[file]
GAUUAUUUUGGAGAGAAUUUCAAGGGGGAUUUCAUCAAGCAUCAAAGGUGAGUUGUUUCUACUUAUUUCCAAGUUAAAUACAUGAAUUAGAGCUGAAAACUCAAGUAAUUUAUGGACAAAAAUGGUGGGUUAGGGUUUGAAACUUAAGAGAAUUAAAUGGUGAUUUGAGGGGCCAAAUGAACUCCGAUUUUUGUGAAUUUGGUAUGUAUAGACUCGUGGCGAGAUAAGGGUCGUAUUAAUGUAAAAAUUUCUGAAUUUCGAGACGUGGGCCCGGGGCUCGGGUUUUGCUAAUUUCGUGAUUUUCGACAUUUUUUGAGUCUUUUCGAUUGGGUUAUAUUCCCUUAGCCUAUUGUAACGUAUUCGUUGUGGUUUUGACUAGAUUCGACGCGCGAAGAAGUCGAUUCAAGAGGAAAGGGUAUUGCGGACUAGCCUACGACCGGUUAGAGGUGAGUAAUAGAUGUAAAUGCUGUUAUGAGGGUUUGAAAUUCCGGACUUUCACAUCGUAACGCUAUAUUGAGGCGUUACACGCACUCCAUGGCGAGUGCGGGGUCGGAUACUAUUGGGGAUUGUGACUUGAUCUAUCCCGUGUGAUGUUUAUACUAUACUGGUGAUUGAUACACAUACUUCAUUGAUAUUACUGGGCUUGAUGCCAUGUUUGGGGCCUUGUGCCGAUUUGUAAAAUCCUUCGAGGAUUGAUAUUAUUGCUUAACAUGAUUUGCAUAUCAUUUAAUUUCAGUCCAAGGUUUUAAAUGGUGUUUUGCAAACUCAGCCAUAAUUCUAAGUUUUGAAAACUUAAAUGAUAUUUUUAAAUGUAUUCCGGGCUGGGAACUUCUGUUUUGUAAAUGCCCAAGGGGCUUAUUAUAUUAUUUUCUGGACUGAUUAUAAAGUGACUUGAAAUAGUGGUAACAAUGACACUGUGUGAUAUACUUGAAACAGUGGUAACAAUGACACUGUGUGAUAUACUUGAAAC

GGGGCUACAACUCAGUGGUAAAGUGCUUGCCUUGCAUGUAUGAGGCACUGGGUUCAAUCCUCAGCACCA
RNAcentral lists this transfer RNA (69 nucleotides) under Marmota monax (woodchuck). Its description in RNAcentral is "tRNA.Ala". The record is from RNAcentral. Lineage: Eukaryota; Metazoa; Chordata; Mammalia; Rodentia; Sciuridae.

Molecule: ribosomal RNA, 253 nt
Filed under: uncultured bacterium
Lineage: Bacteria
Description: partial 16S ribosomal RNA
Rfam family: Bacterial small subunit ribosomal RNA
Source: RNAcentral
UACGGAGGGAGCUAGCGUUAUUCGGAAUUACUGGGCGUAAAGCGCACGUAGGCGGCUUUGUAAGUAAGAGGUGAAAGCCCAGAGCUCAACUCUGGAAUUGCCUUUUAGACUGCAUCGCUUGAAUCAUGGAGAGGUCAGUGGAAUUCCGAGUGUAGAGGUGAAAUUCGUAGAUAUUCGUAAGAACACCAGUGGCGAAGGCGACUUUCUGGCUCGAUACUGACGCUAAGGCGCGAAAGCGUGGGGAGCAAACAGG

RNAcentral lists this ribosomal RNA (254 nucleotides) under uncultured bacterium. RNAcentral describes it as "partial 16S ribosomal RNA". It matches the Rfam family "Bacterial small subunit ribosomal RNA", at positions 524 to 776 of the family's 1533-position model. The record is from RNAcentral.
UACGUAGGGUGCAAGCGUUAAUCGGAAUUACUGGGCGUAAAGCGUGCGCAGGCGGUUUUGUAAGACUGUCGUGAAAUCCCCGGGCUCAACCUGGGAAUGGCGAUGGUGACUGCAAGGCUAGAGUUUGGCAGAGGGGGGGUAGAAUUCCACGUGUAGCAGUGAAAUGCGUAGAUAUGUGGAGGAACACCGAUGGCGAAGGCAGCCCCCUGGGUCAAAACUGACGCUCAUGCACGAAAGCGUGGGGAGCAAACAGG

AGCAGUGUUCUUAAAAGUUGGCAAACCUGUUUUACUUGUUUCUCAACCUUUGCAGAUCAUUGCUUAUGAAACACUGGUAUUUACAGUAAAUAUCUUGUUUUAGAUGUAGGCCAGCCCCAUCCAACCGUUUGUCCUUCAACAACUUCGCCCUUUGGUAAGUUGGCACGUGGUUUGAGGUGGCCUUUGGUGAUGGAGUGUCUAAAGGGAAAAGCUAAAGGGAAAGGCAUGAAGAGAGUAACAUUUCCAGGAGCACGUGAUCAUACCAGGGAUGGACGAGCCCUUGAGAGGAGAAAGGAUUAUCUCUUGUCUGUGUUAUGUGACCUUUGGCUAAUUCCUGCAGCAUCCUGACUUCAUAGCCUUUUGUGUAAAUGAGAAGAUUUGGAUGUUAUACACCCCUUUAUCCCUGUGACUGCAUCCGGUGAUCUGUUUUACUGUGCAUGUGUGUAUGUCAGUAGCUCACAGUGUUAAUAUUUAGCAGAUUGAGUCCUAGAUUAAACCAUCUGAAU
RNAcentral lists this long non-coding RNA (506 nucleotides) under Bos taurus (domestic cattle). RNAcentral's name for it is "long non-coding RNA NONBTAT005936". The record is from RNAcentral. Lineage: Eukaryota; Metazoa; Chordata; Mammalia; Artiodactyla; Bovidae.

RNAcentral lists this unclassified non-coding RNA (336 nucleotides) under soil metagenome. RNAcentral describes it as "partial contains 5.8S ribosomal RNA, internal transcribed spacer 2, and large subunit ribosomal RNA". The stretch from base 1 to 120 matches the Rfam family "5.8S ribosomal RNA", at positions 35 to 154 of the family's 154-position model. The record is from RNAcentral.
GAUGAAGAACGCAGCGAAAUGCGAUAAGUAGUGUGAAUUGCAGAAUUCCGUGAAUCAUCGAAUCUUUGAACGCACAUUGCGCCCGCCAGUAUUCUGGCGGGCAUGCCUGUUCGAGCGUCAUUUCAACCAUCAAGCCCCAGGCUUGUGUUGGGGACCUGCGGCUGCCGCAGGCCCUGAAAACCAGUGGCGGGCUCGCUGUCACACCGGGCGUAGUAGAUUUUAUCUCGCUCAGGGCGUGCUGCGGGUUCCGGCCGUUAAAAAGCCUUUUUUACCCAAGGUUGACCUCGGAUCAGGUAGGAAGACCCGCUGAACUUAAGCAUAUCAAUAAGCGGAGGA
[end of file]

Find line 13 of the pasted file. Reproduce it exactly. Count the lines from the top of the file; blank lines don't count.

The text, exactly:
AGCAGUGUUCUUAAAAGUUGGCAAACCUGUUUUACUUGUUUCUCAACCUUUGCAGAUCAUUGCUUAUGAAACACUGGUAUUUACAGUAAAUAUCUUGUUUUAGAUGUAGGCCAGCCCCAUCCAACCGUUUGUCCUUCAACAACUUCGCCCUUUGGUAAGUUGGCACGUGGUUUGAGGUGGCCUUUGGUGAUGGAGUGUCUAAAGGGAAAAGCUAAAGGGAAAGGCAUGAAGAGAGUAACAUUUCCAGGAGCACGUGAUCAUACCAGGGAUGGACGAGCCCUUGAGAGGAGAAAGGAUUAUCUCUUGUCUGUGUUAUGUGACCUUUGGCUAAUUCCUGCAGCAUCCUGACUUCAUAGCCUUUUGUGUAAAUGAGAAGAUUUGGAUGUUAUACACCCCUUUAUCCCUGUGACUGCAUCCGGUGAUCUGUUUUACUGUGCAUGUGUGUAUGUCAGUAGCUCACAGUGUUAAUAUUUAGCAGAUUGAGUCCUAGAUUAAACCAUCUGAAU